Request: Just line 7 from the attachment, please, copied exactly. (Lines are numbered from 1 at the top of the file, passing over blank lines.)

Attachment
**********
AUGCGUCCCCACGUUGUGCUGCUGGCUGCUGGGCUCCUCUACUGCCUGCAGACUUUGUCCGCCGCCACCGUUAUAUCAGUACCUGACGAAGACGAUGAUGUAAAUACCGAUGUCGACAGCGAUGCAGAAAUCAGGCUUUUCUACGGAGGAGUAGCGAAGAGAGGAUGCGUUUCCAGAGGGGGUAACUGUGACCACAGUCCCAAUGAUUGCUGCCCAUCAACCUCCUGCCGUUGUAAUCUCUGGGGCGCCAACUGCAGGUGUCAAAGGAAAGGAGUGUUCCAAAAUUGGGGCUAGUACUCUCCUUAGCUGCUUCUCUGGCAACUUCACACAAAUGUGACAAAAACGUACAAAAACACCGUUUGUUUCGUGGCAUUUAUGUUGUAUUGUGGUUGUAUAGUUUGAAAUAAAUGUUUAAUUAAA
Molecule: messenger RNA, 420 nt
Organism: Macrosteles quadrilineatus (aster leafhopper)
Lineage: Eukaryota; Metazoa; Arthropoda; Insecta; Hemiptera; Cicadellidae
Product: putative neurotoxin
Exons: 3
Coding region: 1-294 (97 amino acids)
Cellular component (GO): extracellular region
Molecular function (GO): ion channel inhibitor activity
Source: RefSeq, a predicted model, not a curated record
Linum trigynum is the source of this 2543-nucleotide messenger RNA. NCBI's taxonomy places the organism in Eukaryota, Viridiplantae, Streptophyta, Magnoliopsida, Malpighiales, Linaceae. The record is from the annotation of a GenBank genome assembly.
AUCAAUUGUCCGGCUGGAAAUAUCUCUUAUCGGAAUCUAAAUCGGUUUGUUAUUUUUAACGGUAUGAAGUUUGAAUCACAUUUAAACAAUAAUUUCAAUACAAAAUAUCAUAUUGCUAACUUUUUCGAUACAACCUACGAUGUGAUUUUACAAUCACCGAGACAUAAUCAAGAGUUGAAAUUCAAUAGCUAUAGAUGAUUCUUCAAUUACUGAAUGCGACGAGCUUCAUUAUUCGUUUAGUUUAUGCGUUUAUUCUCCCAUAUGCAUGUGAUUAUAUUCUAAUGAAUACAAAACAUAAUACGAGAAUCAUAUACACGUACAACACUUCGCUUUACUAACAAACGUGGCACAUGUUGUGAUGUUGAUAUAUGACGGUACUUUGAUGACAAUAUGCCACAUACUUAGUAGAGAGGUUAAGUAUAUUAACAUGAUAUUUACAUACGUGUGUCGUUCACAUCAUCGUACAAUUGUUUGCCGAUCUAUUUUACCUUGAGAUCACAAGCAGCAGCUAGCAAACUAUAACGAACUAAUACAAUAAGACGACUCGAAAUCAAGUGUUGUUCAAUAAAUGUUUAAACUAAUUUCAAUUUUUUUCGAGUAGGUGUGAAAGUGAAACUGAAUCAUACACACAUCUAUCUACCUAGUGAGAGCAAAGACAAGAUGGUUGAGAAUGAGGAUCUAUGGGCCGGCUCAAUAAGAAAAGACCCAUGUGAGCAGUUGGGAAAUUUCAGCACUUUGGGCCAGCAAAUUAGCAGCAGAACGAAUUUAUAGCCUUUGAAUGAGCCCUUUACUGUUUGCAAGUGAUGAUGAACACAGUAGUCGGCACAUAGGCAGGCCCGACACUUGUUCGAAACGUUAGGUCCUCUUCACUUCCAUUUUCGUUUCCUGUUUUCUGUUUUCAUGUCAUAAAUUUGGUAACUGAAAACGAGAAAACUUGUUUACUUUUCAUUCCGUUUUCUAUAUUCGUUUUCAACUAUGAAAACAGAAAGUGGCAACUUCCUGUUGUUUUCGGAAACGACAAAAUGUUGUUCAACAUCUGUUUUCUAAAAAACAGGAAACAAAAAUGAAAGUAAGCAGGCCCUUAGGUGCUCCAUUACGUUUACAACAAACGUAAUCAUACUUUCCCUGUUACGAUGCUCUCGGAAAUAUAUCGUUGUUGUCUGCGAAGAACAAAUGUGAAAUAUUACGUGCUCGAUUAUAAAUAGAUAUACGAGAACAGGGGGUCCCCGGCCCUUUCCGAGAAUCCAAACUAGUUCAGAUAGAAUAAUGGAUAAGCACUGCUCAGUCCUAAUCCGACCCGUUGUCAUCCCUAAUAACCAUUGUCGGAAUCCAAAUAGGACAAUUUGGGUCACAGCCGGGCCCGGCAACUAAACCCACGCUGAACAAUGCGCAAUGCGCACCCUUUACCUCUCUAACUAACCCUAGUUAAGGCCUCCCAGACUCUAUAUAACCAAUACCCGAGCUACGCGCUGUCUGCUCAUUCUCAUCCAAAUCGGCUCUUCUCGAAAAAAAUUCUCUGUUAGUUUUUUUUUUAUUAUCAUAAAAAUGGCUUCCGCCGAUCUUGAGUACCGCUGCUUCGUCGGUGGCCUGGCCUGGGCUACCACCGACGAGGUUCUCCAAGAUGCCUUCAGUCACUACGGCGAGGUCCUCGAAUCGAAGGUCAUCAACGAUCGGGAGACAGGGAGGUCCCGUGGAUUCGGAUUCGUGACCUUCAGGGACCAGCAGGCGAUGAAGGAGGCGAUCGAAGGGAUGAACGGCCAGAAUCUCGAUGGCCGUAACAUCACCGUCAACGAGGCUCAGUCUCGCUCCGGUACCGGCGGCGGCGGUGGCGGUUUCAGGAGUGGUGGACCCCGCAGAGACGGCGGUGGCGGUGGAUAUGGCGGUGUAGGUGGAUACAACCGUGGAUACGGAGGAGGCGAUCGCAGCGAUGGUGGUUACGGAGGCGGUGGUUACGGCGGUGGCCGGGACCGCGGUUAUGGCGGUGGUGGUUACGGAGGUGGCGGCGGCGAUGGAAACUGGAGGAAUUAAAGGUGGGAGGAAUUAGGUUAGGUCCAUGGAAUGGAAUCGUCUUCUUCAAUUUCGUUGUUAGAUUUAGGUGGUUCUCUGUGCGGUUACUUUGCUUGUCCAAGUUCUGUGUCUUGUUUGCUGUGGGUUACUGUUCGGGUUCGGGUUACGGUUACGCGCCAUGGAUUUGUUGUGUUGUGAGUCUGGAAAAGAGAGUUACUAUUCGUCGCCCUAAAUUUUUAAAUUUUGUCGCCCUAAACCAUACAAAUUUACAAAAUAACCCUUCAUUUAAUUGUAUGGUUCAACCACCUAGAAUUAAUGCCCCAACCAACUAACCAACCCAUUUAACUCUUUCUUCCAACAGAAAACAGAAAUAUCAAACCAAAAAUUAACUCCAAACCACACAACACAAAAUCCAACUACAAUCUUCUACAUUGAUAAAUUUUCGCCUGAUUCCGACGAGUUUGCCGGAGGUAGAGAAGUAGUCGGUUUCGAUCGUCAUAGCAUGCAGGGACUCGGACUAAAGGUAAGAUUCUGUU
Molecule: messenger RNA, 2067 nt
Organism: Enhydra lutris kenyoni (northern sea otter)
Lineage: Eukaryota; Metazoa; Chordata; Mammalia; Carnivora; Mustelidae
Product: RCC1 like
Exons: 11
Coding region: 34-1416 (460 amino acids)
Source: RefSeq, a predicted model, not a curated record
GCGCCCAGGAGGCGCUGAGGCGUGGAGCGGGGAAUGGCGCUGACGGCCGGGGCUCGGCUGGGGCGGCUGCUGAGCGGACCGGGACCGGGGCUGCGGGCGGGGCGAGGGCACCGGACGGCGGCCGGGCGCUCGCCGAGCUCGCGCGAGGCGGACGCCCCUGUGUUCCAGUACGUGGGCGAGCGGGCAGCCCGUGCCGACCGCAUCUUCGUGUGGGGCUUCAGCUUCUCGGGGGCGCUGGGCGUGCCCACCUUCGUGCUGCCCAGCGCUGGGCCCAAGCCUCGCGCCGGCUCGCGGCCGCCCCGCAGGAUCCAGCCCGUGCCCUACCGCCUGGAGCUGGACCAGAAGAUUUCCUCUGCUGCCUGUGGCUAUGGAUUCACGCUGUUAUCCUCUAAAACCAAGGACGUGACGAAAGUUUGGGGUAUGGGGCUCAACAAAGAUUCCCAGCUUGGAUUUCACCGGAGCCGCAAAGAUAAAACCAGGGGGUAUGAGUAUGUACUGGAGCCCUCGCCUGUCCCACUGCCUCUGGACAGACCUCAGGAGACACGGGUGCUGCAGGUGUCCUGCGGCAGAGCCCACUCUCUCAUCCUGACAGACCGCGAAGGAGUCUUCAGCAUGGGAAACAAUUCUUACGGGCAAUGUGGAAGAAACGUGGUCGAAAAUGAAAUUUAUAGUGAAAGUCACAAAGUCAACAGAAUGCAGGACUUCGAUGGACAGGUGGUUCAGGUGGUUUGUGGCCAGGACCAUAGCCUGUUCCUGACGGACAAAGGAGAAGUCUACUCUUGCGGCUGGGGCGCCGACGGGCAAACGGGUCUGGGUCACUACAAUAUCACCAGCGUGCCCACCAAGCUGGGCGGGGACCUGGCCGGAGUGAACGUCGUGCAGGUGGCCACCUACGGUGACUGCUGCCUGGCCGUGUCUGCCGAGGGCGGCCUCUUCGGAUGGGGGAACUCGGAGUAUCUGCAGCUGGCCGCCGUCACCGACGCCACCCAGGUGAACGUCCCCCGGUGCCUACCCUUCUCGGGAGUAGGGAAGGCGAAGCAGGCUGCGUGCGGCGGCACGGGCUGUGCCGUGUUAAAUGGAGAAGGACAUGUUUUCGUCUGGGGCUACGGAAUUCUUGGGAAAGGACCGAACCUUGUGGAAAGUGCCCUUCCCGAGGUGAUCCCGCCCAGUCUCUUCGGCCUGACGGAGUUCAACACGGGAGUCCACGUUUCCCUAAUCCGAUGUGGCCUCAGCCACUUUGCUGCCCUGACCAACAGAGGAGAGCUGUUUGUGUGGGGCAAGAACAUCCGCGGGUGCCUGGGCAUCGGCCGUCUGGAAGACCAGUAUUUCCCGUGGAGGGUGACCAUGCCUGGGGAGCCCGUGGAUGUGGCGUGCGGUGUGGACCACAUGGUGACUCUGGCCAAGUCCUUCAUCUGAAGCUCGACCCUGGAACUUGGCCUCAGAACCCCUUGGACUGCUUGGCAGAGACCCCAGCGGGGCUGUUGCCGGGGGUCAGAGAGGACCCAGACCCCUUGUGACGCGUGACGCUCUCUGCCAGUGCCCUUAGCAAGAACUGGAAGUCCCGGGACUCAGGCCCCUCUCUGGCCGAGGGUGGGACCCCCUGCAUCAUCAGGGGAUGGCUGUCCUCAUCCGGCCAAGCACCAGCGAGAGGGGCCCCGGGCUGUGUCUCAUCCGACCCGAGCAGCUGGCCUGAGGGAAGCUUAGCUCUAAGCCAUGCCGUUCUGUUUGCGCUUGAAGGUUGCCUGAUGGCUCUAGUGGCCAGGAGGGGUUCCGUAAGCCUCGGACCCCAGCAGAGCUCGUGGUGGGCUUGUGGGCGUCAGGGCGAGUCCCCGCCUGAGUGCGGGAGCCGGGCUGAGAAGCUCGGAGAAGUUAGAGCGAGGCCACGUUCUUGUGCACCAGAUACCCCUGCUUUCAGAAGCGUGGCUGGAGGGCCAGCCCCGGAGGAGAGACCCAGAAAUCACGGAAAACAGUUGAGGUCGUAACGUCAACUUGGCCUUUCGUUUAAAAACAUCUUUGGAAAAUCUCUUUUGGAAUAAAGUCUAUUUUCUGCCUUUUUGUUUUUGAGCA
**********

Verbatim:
Coding region: 1-294 (97 amino acids)